Scallop, dollop, wallop, gallop

In another forum there was a little discussion about potato scallops; real scallops, which are sea scallops, are delicious and very yummy and these days very fashionable bivalves. They crop up on Masterchef all the time, often accompanied by things such as black pudding or bacon. Potato scallops are completely different.

Potato scallops, which I first came across in Manchester in the 1970s,, are thick slices of raw potato, dipped in batter then deep-fried, usually at chip shops. I guess they were cheaper than battered fish, and more substantial than just chips. There was a gentle argument in the ‘conversation’ I was involved in about where these delicious treats originated; I think they must have independently been ‘invented’ across the country, judging by the responses! The name scallop no doubt comes from the French, escalope, which was from the Old French, from German originally.

This all led on to the word dollop, which I had assumed was a national word and probably onomatopœic… however it seems to have started in East Anglia, and probably came from the Scandinavian seamen who traded into the ports – rather like my East Anglian family the Elsdens! It was originally a tuft or patch or lump of grass, a word something like ‘dolp’. This reminded me of Gaelic, a sound is sometimes inserted between two consonants, this sound has a name it is ‘schwa’, and you can hear it when Irish people say ‘film’ and it sounds like ‘fil-um’, there’s an extra little bit in the word… Did a schwa get inserted into ‘dolp’ to make it dollop?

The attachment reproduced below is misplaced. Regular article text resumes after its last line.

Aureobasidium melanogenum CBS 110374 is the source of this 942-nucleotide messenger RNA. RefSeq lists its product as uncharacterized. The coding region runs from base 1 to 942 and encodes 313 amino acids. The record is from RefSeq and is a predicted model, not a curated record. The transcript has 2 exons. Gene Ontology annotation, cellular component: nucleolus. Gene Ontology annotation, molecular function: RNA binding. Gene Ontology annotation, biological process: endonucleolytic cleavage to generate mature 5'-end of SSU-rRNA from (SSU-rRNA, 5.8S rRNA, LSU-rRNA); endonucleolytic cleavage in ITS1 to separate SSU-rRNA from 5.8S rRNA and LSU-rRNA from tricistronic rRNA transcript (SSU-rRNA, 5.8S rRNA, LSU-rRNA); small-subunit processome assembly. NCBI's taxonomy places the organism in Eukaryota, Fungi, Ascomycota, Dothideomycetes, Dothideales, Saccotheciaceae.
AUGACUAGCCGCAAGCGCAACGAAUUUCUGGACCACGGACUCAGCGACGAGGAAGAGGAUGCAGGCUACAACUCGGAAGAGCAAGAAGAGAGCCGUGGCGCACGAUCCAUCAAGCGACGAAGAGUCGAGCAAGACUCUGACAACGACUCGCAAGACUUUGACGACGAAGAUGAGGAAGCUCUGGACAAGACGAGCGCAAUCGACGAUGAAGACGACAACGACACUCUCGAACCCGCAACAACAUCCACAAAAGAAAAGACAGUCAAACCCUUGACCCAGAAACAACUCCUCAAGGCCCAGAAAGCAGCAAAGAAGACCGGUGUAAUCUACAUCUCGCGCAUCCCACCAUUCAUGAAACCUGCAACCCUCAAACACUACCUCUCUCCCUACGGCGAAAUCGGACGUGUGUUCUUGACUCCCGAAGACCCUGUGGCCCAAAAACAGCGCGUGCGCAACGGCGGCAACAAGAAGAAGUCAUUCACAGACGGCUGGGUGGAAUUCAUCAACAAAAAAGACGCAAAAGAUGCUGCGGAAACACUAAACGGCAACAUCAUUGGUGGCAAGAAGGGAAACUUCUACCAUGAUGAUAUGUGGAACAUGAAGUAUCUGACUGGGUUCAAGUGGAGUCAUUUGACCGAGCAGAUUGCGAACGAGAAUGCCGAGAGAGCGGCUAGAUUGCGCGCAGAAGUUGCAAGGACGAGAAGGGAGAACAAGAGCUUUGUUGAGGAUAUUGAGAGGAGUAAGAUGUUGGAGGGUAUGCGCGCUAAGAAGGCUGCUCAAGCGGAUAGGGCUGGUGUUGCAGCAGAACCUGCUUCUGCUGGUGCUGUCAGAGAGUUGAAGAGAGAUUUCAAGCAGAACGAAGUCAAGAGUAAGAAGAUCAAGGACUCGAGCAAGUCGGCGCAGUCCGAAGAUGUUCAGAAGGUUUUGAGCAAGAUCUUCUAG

Read about schwas here:

So wallop… Well, instead of hit it mean gallop originally, and is a very old word, ‘hlaupan’, a Proto-Germanic word meaning to leap… from that it became gallop through several different languages over several thousand years, but only meant to hit at the beginning of the nineteenth century… did it come from hitting a horse to make it gallop? Coincidentally, I’m doing a MOOC (massive open on-line course) on Dutch, and have come across the verb ‘lopen’ which means to walk…

And gallop? Well, see ‘wallop’ above, but it specifically meant to run in leaps or bounds. My featured image is from a carousel – these favourite rides of mine are sometimes called ‘Jollity farm’ and sometimes called ‘Gallopping Horses’

To find out more about sea scallops, ten things you might not know, look here:


    1. Lois

      Well, do you know, as I was writing this I kept writing scollops and kept thinking I was mistaken – I’m sure in Manchester they were scollops! Thank you!! My spelling is not as bad as I thought it was! By the way – what do you call the little battery scraps you could also get from the chippy?

      Liked by 1 person

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